Kit Warren‘s works on paper present complex and elaborate visual cryptography – patterns of lines, dots, and bold colorful shapes. They evoke layered associations ranging from microcosmic to cosmic. Kit Warren shares with Art Spiel some of her ideas and work process.
Natsuki Takauji sculptures create a stimulating tension between the monumental and the minute, the calm and the stirring. They are grounded yet flow, at times literally with fluids, and range from intimate indoors sculptures to large scale outdoors interactive structures. The Japanese born artist who draws upon Japanese culture and Buddhist philosophy share with Art Spiel some of the origins to her imaginative work, her process, and her projects.
It is often the case that the immediate juxtaposition of aesthetically kindred galleries TSA and Transmitter allows, maybe accidentally encourages visitors to make observations about concurrent exhibitions with relation to one another. I’m not sure the curators at the respective spaces are always keen on hearing such thoughts – especially from me, since over the years they’ve likely tired of knowing that I’ll always be looking for something – but there are times when the formal or conceptual fluidities or contrasts between shows are so striking that commentary of the sort proves simply irresistible. Continue reading “Nota Bene with @postuccio [ix]”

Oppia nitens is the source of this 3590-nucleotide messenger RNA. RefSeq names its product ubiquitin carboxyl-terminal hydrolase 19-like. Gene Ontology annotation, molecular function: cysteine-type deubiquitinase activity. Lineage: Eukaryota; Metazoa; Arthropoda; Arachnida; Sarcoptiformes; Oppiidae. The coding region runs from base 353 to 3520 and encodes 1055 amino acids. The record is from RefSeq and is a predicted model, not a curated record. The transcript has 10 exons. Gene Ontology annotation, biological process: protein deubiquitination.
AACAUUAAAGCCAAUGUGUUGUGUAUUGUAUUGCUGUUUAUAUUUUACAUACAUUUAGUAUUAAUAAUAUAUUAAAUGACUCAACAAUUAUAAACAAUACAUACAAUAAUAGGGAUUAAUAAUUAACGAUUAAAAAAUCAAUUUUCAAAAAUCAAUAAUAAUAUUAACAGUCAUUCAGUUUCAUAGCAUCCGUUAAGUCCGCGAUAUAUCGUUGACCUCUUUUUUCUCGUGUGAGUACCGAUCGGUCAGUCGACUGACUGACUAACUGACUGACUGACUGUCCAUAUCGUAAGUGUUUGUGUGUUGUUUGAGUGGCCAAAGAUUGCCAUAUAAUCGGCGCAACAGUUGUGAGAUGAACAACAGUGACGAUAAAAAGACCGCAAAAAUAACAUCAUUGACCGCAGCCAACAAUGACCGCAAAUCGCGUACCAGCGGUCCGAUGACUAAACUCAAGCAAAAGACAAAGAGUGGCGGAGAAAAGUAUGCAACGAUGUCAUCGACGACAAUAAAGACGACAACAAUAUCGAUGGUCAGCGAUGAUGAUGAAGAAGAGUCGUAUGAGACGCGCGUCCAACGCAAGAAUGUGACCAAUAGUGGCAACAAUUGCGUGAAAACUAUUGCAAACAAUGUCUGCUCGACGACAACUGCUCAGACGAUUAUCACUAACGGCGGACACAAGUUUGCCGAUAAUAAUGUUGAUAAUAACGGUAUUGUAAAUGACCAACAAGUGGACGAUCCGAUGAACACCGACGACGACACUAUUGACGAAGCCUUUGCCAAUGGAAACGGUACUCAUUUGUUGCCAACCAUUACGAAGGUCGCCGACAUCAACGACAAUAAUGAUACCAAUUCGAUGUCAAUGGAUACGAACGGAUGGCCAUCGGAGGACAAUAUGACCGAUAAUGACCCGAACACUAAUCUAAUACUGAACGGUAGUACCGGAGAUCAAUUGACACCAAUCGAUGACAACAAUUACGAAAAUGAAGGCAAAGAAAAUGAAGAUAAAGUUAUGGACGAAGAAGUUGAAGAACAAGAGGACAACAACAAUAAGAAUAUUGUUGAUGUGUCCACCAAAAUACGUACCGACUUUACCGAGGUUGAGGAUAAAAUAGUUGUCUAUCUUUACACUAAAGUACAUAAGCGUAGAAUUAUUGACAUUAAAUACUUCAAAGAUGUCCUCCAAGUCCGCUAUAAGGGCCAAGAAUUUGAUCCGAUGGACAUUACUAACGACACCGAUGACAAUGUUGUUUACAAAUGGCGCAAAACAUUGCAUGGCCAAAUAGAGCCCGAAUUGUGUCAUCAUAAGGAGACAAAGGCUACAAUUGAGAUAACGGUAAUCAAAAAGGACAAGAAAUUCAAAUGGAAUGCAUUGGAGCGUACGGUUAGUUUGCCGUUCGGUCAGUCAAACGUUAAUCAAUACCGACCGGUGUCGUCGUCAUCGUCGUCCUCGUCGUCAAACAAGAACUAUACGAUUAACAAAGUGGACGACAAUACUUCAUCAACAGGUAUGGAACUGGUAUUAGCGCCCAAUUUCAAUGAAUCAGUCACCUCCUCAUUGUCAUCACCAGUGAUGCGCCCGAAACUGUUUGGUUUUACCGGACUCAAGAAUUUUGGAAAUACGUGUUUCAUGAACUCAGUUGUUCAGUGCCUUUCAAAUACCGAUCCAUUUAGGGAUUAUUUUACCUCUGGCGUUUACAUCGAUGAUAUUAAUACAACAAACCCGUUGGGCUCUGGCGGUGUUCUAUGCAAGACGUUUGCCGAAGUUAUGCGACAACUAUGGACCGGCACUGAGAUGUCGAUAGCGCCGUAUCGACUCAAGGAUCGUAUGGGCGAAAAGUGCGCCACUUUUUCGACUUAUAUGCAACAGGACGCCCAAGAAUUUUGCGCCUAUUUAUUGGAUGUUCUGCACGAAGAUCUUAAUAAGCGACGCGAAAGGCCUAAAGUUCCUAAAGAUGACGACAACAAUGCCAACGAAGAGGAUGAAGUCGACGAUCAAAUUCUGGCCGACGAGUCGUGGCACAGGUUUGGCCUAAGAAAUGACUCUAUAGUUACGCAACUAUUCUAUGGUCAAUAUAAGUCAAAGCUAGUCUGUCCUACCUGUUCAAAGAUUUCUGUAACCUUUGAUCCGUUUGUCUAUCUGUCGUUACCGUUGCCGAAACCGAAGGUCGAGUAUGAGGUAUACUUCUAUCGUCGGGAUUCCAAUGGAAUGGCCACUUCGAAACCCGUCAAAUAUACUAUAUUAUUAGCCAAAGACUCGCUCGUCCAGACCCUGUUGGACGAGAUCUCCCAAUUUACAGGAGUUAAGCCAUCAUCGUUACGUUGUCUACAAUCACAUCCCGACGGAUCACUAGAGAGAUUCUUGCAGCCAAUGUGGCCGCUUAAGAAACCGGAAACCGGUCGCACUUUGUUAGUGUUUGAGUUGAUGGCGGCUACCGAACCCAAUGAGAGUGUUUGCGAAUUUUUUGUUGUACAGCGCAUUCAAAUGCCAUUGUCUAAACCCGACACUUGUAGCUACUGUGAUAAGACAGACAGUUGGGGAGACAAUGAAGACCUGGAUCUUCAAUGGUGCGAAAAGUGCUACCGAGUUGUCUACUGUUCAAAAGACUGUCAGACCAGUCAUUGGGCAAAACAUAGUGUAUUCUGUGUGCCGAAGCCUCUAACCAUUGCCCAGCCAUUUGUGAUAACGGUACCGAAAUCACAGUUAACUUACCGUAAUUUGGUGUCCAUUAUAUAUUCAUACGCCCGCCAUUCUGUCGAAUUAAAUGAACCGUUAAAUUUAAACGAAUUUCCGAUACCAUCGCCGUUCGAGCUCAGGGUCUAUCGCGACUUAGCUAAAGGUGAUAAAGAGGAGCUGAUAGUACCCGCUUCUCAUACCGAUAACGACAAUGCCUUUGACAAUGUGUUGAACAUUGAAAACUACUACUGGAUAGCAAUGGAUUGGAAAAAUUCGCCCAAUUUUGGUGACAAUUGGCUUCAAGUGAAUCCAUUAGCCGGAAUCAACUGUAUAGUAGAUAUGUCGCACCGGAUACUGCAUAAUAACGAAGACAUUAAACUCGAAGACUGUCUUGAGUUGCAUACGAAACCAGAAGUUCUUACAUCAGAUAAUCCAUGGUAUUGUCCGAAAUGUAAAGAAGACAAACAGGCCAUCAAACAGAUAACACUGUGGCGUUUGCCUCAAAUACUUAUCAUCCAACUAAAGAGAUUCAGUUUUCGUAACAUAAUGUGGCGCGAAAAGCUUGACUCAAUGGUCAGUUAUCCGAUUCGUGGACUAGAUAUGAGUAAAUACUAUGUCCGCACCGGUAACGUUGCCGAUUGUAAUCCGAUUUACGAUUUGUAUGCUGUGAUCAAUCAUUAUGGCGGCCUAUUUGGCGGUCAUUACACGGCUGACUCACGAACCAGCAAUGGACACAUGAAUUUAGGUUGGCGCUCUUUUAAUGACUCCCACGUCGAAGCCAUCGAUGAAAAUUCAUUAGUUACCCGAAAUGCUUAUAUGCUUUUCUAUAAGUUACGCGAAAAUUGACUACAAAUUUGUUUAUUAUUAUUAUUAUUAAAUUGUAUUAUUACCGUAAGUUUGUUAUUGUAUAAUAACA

“Scrapbook Performances” is an admirably extensive, broadly politically engaged series of evenings of performance art programmed by Microscope Gallery in relation to their current group show of video art, “Scrapbook (or, Why Can’t We Live Together).” Performances have been scheduled for basically every Monday and Friday for several weeks already, and there are still several more weeks of gatherings to come.